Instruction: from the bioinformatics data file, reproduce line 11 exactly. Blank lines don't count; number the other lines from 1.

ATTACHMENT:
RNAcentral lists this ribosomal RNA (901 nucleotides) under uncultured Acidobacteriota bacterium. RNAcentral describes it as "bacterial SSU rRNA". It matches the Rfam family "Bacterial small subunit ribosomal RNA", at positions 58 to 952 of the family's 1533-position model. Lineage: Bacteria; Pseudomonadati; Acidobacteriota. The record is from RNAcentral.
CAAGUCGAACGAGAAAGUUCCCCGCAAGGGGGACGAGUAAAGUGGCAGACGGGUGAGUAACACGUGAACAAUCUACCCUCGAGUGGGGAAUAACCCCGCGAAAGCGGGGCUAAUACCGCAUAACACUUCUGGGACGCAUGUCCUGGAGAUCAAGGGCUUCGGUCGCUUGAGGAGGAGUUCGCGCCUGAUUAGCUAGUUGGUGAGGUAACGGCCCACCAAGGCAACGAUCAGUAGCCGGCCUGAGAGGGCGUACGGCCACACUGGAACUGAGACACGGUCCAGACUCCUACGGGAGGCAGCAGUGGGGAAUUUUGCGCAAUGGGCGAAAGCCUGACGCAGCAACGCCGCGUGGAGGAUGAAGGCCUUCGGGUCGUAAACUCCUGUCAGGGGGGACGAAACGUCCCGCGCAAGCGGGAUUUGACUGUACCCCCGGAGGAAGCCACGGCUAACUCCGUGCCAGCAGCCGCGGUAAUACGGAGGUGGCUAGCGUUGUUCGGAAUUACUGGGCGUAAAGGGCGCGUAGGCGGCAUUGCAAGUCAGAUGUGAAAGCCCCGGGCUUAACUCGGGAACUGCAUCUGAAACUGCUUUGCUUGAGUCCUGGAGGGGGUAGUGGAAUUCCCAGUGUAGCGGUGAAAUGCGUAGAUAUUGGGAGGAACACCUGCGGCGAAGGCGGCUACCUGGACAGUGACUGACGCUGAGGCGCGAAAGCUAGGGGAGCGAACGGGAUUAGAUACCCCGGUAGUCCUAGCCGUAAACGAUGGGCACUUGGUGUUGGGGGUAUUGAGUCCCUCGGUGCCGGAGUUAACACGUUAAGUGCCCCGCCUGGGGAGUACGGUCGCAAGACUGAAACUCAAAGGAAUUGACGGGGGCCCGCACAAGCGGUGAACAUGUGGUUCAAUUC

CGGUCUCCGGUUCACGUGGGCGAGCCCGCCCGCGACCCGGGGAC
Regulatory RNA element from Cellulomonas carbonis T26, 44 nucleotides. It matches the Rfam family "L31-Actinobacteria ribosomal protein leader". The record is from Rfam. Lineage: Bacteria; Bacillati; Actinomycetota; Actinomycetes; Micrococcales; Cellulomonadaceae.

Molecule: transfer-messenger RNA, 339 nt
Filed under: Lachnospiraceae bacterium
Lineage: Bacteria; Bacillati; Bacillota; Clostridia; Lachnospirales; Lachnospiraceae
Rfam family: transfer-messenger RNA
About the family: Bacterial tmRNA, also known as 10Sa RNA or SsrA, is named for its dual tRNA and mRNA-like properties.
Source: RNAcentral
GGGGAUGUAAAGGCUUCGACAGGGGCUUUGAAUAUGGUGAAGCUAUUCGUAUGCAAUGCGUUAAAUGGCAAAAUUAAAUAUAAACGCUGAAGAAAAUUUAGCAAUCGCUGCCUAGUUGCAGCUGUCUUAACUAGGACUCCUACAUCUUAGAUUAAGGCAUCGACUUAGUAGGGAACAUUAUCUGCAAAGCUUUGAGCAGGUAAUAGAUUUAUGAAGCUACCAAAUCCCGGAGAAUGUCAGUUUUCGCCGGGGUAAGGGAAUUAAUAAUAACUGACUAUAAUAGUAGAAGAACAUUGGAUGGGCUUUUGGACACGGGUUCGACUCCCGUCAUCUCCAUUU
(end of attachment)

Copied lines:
GGGGAUGUAAAGGCUUCGACAGGGGCUUUGAAUAUGGUGAAGCUAUUCGUAUGCAAUGCGUUAAAUGGCAAAAUUAAAUAUAAACGCUGAAGAAAAUUUAGCAAUCGCUGCCUAGUUGCAGCUGUCUUAACUAGGACUCCUACAUCUUAGAUUAAGGCAUCGACUUAGUAGGGAACAUUAUCUGCAAAGCUUUGAGCAGGUAAUAGAUUUAUGAAGCUACCAAAUCCCGGAGAAUGUCAGUUUUCGCCGGGGUAAGGGAAUUAAUAAUAACUGACUAUAAUAGUAGAAGAACAUUGGAUGGGCUUUUGGACACGGGUUCGACUCCCGUCAUCUCCAUUU